MenEngage Alliance Accountability Standards and Guidelines
The twelve accountability standards and guidelines assist organizations and networks to put into practice the commitments and principles set out in MenEngage’s Memorandum of Understanding and in our Code of Conduct. They provide useful ideas for preventing breaches to our Code of Conduct, responding effectively when concerns emerge regarding the conduct of members and collaborating with women’s right organizations for alliance building.
MenEngage Alliance Accountability Training Toolkit
The training toolkit was developed to complement and put into practice the MenEngage Accountability Standards and Guidelines. The toolkit contains four practical sessions and supporting tools modeled from existing gender-transformative methodologies. In addition to provoking dialogue on issues of accountability, these sessions aim to aid organizations in developing concrete strategies for prevention and response in cases of breaches of good conduct. The toolkit also provides key definitions, a tool to develop a timeline for implementation, and another tool to conduct a self-evaluation.
Document: MenEngage Accountability Toolkit
MenEngage Alliance Global Code of Conduct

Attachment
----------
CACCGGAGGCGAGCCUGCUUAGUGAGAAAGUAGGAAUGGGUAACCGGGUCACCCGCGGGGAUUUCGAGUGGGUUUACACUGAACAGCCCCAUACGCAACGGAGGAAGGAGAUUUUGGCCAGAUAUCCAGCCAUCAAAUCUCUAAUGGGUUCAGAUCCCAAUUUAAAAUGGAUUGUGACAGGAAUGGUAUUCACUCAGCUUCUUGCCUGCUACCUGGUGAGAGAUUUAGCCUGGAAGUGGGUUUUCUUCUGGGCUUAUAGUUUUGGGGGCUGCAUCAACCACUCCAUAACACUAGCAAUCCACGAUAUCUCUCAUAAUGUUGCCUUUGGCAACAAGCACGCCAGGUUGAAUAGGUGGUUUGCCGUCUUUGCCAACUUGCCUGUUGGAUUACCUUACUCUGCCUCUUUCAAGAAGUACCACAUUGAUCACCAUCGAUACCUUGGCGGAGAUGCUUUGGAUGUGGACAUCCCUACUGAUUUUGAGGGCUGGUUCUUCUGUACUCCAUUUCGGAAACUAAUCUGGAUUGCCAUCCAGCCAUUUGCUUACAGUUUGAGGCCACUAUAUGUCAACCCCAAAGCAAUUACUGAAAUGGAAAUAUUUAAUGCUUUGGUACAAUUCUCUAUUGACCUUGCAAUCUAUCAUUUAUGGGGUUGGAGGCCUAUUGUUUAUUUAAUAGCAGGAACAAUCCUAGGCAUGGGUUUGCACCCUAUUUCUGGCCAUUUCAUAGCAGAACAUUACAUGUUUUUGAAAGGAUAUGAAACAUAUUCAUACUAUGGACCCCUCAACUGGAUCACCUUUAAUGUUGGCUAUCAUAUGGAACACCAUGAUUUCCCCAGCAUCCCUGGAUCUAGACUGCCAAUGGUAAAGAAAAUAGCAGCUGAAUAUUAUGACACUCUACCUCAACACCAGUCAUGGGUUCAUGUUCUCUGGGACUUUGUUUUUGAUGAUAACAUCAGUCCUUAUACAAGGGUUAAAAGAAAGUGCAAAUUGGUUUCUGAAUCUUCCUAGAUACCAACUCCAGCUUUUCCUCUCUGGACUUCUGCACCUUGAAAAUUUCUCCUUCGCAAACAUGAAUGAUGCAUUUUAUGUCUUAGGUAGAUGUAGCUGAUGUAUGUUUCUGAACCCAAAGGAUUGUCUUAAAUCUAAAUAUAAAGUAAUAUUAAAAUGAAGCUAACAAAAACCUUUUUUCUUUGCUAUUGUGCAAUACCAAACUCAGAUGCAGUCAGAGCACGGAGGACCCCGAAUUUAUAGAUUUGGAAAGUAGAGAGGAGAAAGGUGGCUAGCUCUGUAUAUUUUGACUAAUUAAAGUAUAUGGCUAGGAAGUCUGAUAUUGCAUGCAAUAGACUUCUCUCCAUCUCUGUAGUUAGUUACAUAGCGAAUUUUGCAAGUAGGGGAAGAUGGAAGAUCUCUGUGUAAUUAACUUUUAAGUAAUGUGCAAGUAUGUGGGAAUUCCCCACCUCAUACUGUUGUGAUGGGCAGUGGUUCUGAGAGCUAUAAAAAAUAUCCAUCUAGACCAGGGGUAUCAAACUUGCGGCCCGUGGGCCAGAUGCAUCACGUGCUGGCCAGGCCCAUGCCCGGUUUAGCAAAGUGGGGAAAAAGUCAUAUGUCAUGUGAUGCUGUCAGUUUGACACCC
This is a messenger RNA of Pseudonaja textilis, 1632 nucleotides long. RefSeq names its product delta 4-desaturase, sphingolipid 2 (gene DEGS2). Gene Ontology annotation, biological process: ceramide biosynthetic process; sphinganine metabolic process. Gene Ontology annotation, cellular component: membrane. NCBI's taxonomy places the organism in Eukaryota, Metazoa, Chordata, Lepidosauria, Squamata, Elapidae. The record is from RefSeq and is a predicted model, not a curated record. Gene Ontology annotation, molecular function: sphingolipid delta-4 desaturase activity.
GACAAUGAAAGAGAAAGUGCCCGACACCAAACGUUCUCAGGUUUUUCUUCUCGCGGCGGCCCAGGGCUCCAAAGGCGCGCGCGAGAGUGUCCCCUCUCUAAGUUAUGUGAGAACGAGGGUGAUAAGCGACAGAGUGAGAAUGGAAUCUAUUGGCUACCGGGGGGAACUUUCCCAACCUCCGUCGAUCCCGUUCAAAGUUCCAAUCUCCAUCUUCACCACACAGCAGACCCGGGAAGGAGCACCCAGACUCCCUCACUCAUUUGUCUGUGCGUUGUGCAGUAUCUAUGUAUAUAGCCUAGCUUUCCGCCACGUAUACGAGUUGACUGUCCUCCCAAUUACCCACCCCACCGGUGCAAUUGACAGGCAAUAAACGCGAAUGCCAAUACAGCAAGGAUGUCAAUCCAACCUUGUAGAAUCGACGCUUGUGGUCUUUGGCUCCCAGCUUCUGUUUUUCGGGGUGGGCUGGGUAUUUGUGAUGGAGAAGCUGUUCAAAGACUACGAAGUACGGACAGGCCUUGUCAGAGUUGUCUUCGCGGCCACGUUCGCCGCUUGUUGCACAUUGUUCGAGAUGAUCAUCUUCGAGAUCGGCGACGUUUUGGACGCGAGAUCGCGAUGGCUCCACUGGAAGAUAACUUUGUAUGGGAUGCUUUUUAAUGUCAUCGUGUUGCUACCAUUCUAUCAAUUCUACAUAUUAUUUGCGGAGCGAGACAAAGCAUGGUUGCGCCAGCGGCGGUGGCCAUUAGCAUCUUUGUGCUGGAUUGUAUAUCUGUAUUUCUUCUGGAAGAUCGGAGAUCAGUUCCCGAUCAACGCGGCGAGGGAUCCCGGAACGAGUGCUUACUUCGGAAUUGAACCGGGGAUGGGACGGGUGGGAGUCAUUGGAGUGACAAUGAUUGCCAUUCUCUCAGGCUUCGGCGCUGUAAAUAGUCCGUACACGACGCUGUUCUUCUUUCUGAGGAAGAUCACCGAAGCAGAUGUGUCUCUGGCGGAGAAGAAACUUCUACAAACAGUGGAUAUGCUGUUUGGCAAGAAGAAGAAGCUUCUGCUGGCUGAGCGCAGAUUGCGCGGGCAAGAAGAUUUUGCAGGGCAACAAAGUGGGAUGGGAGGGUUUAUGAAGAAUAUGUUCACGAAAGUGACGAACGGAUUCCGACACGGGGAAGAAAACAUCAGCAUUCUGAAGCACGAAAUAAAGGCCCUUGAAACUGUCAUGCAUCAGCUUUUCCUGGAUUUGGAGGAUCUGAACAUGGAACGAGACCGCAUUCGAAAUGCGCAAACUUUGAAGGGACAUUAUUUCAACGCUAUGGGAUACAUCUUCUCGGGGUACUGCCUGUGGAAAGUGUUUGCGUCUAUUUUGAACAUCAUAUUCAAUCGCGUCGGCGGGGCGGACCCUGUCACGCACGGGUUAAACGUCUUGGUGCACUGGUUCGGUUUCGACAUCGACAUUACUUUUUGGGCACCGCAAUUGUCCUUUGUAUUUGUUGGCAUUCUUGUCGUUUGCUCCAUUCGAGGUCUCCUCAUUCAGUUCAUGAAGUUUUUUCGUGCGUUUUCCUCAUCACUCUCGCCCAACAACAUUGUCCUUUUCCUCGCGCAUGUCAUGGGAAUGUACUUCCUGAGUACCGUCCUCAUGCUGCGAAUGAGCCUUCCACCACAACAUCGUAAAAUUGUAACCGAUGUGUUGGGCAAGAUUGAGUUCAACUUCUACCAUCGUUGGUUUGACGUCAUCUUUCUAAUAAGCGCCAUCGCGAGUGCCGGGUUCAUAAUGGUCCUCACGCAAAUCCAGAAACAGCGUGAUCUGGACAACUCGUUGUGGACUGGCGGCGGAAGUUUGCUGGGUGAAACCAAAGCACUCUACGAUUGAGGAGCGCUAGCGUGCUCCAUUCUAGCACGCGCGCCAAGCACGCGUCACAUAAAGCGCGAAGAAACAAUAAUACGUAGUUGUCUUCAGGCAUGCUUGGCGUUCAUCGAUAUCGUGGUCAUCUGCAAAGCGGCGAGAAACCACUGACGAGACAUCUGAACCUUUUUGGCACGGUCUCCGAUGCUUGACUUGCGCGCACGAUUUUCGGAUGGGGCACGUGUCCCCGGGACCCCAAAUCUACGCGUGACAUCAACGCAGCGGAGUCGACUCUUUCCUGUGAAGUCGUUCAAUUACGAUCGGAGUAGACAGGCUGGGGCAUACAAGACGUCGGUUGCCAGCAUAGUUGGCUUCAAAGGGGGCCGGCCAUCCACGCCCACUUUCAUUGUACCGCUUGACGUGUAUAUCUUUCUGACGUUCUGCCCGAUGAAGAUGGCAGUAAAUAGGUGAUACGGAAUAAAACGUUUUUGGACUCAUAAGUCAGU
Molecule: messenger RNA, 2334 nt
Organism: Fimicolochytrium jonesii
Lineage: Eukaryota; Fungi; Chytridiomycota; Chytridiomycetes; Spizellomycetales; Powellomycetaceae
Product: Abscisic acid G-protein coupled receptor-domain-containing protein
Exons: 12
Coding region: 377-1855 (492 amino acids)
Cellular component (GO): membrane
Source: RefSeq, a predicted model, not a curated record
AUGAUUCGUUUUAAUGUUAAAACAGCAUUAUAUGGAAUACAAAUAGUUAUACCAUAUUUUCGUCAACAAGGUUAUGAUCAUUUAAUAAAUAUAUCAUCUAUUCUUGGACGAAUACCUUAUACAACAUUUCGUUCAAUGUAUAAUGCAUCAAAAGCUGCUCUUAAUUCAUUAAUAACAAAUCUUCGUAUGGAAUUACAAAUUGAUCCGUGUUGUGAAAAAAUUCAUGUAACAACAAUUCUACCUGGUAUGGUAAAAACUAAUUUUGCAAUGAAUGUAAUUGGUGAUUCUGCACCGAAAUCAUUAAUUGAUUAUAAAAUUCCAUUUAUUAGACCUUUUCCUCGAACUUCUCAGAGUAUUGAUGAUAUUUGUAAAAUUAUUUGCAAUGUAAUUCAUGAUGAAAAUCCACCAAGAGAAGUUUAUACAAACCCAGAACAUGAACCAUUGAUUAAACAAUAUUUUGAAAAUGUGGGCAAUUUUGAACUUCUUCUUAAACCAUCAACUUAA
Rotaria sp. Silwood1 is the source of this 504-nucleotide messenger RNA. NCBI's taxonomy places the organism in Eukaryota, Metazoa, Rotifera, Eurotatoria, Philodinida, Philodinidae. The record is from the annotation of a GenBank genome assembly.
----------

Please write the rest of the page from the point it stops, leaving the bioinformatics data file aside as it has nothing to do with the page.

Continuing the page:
This instrument helps members remain consistent with the values and principles of the Alliance, both in their personal lives and in our professional and public work. It ensures a standard of accountability of all member organizations to others with whom we work, as well as an adherence of individual employees and volunteers of member organizations to the core principles of MenEngage.
Document: MenEngage Global Code of Conduct
Change Begins Within: Practices and Processes of Accountability Within the Men for Gender Equality Field
The session ‘Change Begins Within: Processes and Practices of Accountability Within the Men for Gender Equality Field,’ held during the 2nd MenEngage Global Symposium in November 2014, discussed what accountability means for individuals, organizations and states. The session also assessed accountability initiatives in the field of men for gender equality, their challenges and achievements, and highlighted how they can be strengthened.
Partnership & Accountability Blog
We hope that this blog series contributes to these ongoing conversations and serves as another platform to share useful resources for partnership building and tools for putting into practice our accountability commitments.
January 25, 2017